Comedy at the Edinburgh Fringe: Our pick of the best stand-upCultureTheatreEd Fringe
Since its origin in 1947, the Edinburgh Festival Fringe has grown into the largest event of its kind. Among a dizzying range of theatre, circus, and cabaret performances numbering more than 2,000 individual shows, the very best from the world of stand-up comedy can be found. From established household names to stars of tomorrow taking their first tentative foray out in front of a festival audience, there are more one-hour stand-up sets than any one human could hope to watch in a month. Our rundown of five-star performances from Ed Fringe 2017 cuts to the chase, charting only the very best of the bunch.
Simon Munnery’s Renegade Plumber
Simon Munnery has been a fringe comedian for as long as such a thing has existed. Though flirtations with mainstream TV at the turn of the millennium threatened breakout success, Munnery has continued to cut a cultish figure across the comedy landscape. His charmingly surreal, bookish style bleeds outward to influence more well-known contemporaries such as Stewart Lee and Dave Gorman, however Munnery has quietly plied his trade from the stage of The Stand for over two decades, consistently providing some of the most delicately-crafted shows around.
2017’s show Renegade Plumber casts our hero in more of a traditional stand-up role than previous incarnations, yet the witticisms and observational insights are still somehow imbued with a theatrical flourish, somehow at once anarchic and academic. Then he brings out his inventions, and leads one to wonder if this brilliant comic mind might one day save the world. Masterful.
Bec Hill’s Out of Order
A sparkling example of that rare breed of international comedian who seem entirely at home at the Fringe from the moment they grace it, Bec Hill hit the stage at full gallop back in 2009, and grabbed a best-of-festival award on her way into the elite fringe firmament.
Hill’s 2017 show, Out of Order, is delivered section-by-section, entirely at random, via a sort of bingo card that casts the audience as directors of the dizzyingly colourful mayhem. With hugely infectious fizzing energy – and trademark playful abandon – sections focus on subjects ranging from Elon Musk’s evil intent, through joyfully silly games and puns, and – perhaps unique to Hill – poignantly artful set-pieces rendered with beautiful papercraft puppetry from a flip-chart.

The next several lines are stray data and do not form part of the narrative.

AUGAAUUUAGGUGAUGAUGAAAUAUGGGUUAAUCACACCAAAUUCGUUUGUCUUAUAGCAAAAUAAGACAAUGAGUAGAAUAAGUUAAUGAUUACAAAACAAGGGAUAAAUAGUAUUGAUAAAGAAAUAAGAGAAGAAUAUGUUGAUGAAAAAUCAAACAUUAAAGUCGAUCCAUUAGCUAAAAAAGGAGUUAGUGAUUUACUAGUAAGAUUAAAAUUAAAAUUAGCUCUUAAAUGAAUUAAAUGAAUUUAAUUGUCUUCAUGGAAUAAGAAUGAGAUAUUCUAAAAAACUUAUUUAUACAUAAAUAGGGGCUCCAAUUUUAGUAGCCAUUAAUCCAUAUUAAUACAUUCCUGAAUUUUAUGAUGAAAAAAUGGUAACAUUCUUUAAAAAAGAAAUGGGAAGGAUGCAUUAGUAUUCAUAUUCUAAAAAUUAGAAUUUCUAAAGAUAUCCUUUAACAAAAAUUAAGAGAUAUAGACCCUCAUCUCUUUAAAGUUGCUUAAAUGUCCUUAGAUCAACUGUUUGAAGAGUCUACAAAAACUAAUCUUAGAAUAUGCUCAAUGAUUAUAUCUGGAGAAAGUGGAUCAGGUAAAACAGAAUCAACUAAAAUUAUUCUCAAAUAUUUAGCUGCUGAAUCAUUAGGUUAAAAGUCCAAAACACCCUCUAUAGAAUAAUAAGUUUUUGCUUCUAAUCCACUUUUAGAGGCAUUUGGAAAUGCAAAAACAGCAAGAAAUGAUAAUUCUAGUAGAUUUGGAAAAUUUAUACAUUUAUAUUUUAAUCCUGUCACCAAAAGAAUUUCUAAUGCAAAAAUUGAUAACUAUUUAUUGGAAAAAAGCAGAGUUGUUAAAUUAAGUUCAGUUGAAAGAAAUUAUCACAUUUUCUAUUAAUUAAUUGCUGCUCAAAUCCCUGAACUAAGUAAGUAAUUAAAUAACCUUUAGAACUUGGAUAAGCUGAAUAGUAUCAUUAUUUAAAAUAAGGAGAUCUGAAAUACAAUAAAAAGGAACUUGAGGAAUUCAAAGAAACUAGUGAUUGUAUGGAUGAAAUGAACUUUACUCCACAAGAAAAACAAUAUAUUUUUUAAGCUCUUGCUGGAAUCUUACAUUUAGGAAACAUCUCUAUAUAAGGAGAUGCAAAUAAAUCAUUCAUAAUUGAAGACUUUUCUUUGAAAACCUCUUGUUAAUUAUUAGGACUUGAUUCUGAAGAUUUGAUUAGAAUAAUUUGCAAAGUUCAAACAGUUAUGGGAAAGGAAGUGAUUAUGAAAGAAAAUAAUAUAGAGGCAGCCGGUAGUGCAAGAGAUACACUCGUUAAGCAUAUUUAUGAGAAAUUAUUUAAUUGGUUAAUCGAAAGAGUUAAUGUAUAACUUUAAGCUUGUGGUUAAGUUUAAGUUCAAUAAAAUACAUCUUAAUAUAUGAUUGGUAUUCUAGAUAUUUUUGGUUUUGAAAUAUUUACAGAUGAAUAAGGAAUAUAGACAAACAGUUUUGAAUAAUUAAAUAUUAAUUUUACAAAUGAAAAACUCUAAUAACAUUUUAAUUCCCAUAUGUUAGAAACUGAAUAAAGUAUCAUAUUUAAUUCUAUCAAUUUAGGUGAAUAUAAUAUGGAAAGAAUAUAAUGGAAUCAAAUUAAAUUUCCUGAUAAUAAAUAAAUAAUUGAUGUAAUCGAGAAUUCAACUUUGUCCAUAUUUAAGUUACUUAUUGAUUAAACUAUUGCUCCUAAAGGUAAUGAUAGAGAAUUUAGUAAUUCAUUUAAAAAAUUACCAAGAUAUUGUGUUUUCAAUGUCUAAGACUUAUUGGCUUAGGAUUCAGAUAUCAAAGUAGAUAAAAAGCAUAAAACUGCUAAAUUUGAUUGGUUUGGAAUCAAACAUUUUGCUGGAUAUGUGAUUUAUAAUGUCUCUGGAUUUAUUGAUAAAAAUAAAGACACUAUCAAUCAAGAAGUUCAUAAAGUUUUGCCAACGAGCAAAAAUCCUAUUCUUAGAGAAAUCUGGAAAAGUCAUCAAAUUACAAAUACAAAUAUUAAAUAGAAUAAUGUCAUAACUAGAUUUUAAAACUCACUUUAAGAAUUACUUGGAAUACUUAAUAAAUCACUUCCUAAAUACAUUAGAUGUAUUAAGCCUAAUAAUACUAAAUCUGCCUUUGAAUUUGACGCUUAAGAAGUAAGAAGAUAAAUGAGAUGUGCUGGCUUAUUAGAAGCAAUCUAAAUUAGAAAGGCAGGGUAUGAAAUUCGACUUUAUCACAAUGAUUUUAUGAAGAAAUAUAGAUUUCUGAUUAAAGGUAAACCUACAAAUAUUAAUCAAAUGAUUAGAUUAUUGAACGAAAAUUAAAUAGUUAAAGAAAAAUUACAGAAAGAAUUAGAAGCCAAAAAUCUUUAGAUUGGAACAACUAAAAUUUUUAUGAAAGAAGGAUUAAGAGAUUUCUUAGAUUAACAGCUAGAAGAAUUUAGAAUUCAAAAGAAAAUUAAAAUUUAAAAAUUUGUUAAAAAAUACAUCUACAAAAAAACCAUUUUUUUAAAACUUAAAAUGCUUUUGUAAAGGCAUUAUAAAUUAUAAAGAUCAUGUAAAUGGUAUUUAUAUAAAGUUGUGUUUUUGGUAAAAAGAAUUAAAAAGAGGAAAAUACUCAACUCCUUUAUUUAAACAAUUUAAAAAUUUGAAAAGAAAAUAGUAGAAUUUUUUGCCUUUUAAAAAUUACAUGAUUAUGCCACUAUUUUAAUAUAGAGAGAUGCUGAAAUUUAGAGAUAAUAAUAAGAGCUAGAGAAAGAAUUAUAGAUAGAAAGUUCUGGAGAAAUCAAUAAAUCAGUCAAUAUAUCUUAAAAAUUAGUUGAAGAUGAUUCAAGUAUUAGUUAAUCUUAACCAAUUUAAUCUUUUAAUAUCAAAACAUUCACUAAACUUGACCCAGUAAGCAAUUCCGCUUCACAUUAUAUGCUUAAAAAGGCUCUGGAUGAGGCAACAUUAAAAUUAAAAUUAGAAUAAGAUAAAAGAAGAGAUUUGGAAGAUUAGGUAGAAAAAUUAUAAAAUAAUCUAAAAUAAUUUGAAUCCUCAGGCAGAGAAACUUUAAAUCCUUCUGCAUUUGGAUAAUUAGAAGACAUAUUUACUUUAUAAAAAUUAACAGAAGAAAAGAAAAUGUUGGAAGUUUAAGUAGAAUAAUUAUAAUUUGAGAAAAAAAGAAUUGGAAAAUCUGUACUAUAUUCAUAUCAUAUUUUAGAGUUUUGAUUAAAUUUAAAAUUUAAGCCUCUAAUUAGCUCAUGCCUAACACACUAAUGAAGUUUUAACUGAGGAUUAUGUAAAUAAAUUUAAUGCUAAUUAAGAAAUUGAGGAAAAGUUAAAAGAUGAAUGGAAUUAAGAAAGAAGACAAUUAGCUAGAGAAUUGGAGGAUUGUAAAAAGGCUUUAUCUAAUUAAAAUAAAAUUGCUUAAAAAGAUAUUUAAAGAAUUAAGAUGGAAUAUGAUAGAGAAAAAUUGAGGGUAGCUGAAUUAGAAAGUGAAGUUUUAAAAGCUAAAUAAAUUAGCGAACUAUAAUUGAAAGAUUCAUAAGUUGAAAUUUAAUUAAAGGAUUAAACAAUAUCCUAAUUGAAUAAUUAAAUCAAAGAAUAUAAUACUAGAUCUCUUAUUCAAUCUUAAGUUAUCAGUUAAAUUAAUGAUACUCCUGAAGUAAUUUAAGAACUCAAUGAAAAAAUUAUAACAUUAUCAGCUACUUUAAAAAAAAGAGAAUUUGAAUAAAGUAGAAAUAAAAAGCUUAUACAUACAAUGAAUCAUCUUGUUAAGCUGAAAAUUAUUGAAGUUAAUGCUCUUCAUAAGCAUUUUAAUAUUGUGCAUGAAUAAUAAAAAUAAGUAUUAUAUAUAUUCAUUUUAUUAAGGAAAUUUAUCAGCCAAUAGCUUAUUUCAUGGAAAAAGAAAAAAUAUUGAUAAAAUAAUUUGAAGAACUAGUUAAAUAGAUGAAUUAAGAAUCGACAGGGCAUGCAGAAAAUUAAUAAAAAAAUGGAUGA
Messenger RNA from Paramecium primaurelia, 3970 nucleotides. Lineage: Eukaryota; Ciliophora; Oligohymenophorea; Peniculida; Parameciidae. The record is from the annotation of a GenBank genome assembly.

Hopefully a Fringe-fixture for years to come, the opportunity to spend an hour in Hill’s company is one never to be missed.
Tony Law’s Absurdity for the Common People
Developed into a full festival-hour from a three-minute section in last year’s show which, by the Canadian’s own admission, didn’t really work, Tony Law’s Absurdity for the Common People quickly snowballs into a bouldering behemoth of absurdist energy. Featuring yet more tales of the early-70s amateur trampolining circuit, a punchline delivered using an unusually powerful torch, and a pair of shorts that boldly traverse the between fashion and obscenity, this is a show from a stand-up in his energetic prime.
For all the cartoonish maelstrom of motion bounding forth from the stage, it’s not just within surrealist landscapes that Law’s law of comedy applies. When turned to topical matters, his probing comic curiosity also has a sharp and subversive appeal. In the year that will perhaps see the peak number of Trump and Brexit gags, Law lays claim to some of the subtlest, and funniest, on each.
With an hour guaranteed to fly by in madcap abandon, Tony Law should be at the top of everyone’s list of Fringe must-sees.
Pat Cahill’s The Fisherman
Whether a by-product of the many hours he whiles away on peaceful riverbanks, or of a justified confidence in the quality of his material, Pat Cahill’s The Fisherman is as relaxed and assured 60-minute stand-up as you can hope to see on the fringe.
Cahill engages his audience with echoes of the whimsical affability of Bill Bailey and absurdist prop-based material before delivering pin-sharp observations on subjects as universal as loneliness and fear (best evoked by our hero, in character, as The Little Black Dog of Instant Gratification). A keen ear for the less-conspicuous hooks in a selection of pop hits provides a riotous musical break, while a recurring line also offers many useful ground bait suggestions to aspiring course fishermen.
Staking a claim to being your new favourite stand-up, Pat Cahill is one to watch. Right now.
The Edinburgh Fringe Festival runs until 28th August 2017. For further information or to book visit the Ed Fringe website here.
Watch Simon Munnery explain the secret of comedy here: